Sublingual Immunotherapy and Allergies: Dr. Jonathan Psenka shows how this all-natural treatment can replace weekly allergy shots
Oct 31, 2013 03:40PM
● By Jonathan Psenka, NMD
Allergies are a common health concern in Arizona. Each spring and fall, more and more people seem to be suffering from sneezing, itchy eyes, and blocked sinuses that result from seasonal allergies. Some people have year-round allergies, often due to being exposed to an allergic substance more frequently. Pets such as dogs and cats are common causes of year-round allergies, as are molds and even some types of insects. Having allergies also can exacerbate other health conditions, such as asthma, which can severely affect someone’s quality of life. Finding an effective treatment can drastically improve an allergy sufferer’s life.
The treatment of allergies generally consists of using antihistamine medications. Histamine is a pro-inflammatory chemical that is made by the immune system, and when released in a high amount, causes the symptoms of an allergy. Antihistamine medications work by blocking the action of histamine. These medications can provide relief for some, but they only work if they are taken regularly. Very few people seem to like the idea of taking a medication regularly for the rest of their lives.
Another option for allergy treatment is immunotherapy. Immunotherapy works by re-training the allergy sufferer’s immune system to stop producing histamine when the body encounters an allergic substance. Immunotherapy works by repeatedly introducing a small amount of the substance a person is allergic to (typically a protein) into the body. Once in the body, this allergen will be “seen” by the immune system, and once it has been seen repeatedly over a period of time, the immune system will stop producing histamine. Immunotherapy causes the body to not be allergic by making the immune system so used to seeing the allergen that it no longer produces a symptom-causing histamine release. Simply put, immunotherapy trains the body to no longer be allergic.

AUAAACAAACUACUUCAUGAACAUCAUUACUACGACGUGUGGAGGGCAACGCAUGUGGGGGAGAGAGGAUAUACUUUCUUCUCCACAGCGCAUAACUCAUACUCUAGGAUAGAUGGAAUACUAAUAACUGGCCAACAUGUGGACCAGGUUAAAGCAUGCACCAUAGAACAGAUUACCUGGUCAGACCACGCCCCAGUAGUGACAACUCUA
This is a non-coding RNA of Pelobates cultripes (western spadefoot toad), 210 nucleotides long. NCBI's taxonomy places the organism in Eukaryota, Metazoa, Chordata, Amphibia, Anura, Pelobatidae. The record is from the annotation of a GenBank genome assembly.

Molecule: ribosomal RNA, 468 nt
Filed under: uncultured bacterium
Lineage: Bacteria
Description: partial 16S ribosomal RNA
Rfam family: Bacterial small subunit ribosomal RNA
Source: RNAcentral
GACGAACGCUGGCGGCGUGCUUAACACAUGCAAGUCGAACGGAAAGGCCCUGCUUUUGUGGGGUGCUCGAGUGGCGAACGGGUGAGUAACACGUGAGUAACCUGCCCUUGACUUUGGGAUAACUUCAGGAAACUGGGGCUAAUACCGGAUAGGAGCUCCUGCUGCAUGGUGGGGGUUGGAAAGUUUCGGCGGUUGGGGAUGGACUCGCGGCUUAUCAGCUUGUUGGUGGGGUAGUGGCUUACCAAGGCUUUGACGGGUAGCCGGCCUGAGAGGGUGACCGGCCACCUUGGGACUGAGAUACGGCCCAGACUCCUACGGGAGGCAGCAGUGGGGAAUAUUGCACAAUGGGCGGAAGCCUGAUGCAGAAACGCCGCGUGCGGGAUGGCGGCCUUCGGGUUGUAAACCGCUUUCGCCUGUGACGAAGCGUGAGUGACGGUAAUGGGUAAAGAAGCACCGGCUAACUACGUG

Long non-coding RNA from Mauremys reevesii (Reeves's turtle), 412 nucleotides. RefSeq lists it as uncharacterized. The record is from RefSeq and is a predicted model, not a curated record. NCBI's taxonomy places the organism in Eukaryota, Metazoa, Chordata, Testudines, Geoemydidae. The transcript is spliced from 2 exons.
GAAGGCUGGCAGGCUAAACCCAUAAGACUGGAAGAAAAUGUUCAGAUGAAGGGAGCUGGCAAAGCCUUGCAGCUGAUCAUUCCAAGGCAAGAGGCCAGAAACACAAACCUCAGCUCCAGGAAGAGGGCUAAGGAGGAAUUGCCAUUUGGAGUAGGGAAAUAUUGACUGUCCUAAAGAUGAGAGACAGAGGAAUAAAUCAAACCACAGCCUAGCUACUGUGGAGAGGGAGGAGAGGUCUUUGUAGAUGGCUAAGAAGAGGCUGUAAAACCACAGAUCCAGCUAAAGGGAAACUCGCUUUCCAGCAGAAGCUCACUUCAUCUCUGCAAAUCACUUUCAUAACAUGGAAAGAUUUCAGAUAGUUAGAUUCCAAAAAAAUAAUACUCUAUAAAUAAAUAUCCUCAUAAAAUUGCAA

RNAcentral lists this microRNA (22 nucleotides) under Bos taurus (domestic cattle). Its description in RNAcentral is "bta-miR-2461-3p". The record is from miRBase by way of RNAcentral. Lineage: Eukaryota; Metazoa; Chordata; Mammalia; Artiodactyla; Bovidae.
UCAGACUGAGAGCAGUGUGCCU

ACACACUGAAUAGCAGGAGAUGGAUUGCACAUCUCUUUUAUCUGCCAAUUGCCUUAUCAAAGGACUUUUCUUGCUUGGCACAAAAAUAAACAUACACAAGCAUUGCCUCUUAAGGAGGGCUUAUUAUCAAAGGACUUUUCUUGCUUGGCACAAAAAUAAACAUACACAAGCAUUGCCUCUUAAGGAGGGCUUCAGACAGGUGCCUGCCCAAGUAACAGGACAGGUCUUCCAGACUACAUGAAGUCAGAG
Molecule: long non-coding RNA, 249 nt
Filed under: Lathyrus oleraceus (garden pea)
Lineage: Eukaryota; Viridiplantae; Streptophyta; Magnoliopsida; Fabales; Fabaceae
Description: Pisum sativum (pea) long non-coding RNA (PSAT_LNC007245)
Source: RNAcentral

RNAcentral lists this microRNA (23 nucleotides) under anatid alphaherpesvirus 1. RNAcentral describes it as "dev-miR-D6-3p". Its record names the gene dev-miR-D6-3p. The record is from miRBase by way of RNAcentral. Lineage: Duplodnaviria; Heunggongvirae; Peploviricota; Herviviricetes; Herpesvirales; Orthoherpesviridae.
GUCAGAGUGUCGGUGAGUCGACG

Some people are familiar with the subcutaneous form of immunotherapy, commonly known as allergy shots. To have this therapy, a person is required to visit their allergist on a weekly basis to receive a series of shots containing the allergens. Because immunotherapy is typically not an overnight treatment, many rounds of shots are sometimes necessary. In some cases, the therapy must be continued for up to three years to reach maximal effectiveness. In addition to not liking the shots, most people also don’t like the idea of having to take time off work to visit the doctor and pay a weekly charge for the visit. Parents of allergic children may especially dread taking their children for these weekly allergy shots.
But immunotherapy is changing. Over the past 20 years, positive research has been published regarding sublingual (under the tongue) immunotherapy (SLIT) showing it is effective, safe and well tolerated by most people. Sublingual immunotherapy also works to train the immune system to stop being allergic, but does not require weekly shots.
People using SLIT to treat their allergies simply spray a small amount of the allergen-containing serum under their tongue each day. This simple administration means that people can use this treatment at home, eliminating the need for weekly doctor visits. This no-shot approach to allergy treatment is also fantastic for children. Many people are pleasantly surprised to learn that SLIT is actually a form of natural medicine and does not contain any synthetic medications.
Sublingual immunotherapy should always be administered under the care of a properly trained physician and be individualized, as well, meaning that the SLIT formulations are prepared specifically for the person being treated. One-size-fits-all SLIT formulations should be avoided, as there have been concerns raised about such products.
Dr. Psenka works with integrative cancer therapies, IV therapy, allergies, ozone, UVBI, diet and exercise education for the treatment and prevention of disease. For more information, call 602-428-6151 or visit LongevityMedical.com.